Conservative MP for Shipley, Philip Davies, spoke to our Editor in Chief, Cameron Broome, about life in politics. Discussion points include how he came about becoming an MP; filibustering; his admiration for Alex Salmond; the blurred line between 'politicians' and 'journalists'; his hobbies and interests (including a surprise admission to liking the Avicci song Hey Brother, as well his love of chicken jalfrezi and Midsummer Murders); why young people should care about politics and whether the voting age should be lowered.
"I’m divorced and there’s no doubt in my mind that the reason I’m divorced is because I’m an MP.... it is truly very difficult. I don’t expect any sympathy for that; we’ve all made that choice ourselves but yeah, it’s virtually impossible to be a very effective MP and also to have a very fulfilling family life; I think the two things are probably incompatible."
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Background: life in politics
Could you start off by telling us a little bit about your background? Did you go to University? What sort of jobs did you have before you become an MP, and what inspired you to get involved in politics?
Well I was born and brought up in Doncaster, and my Dad was a teacher and my Mum owned her own betting shop in Doncaster. So my Dad was involved in the Conservative Party in Doncaster; there aren’t many Conservatives in Doncaster. So as soon as I was old enough to deliver leaflets and knock on doors, my Dad had me out delivering leaflets and knocking on doors. And I used to love elections, we never used to win any obviously, but I used to love election time. And so, basically, in our household, it was compulsory to be interested in two things: politics and horse racing; they were absolutely compulsory.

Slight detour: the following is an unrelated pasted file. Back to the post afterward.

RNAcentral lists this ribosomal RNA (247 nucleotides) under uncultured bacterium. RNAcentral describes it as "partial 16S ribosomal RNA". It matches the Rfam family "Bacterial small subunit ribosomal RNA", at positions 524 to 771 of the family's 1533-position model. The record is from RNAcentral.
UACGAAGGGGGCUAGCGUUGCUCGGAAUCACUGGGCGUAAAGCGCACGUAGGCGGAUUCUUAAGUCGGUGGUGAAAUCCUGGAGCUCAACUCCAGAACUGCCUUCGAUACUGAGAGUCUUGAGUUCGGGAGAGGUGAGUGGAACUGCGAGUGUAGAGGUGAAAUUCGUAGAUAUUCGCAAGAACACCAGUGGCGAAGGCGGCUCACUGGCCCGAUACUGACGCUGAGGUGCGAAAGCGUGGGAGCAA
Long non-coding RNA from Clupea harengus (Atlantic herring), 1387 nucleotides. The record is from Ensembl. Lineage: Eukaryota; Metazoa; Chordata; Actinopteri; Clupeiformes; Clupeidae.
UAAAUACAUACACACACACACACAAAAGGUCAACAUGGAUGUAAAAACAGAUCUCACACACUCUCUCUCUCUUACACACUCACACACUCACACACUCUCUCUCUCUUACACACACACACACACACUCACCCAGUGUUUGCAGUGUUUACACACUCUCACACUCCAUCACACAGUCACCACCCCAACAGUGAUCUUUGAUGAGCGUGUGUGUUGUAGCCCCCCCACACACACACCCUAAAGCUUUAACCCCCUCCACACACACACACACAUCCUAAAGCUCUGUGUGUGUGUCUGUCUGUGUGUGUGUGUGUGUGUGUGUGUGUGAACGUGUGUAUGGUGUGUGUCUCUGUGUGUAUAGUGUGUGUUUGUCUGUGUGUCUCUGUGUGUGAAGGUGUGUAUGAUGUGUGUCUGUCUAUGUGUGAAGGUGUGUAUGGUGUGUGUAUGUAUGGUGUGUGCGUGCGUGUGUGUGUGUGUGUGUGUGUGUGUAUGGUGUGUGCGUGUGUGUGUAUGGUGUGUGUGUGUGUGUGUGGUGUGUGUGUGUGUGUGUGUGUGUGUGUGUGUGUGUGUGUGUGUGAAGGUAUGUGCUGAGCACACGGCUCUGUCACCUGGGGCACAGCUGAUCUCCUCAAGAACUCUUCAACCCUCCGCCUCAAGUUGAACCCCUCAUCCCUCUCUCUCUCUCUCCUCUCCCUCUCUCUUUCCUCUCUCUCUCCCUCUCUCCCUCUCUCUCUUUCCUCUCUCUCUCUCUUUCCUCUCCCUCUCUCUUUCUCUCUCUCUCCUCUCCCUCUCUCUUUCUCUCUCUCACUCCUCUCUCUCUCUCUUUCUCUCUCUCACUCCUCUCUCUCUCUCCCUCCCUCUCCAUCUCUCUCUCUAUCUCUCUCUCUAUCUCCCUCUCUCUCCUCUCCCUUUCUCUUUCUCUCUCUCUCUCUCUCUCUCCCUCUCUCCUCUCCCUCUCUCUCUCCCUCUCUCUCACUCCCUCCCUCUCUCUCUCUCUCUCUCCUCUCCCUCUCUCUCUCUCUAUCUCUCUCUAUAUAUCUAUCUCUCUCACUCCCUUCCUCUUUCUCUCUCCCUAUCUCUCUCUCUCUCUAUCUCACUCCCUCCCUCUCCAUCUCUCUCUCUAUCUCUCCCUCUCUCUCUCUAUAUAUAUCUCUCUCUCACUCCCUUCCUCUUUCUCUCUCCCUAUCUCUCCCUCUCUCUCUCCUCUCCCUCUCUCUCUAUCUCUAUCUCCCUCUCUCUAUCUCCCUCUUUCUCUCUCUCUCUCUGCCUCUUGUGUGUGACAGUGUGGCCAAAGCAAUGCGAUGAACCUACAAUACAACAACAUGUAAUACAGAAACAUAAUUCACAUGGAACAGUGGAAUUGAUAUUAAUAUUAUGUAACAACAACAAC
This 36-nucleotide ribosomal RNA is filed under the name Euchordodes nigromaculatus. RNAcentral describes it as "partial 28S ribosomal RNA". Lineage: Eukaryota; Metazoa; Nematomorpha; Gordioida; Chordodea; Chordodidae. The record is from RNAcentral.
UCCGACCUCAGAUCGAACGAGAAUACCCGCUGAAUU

So that’s how I developed my interest in politics really; I was brought up to be a Conservative and the thing that really mainly got me interested in politics was the Falklands War. I was 10 years old and I was fascinated by the Falklands War. I used to come home from school and put the news on and see what was happening, and sort of built up an admiration for Mrs Thatcher who was the Prime Minister at the time, so that was my early interest in politics.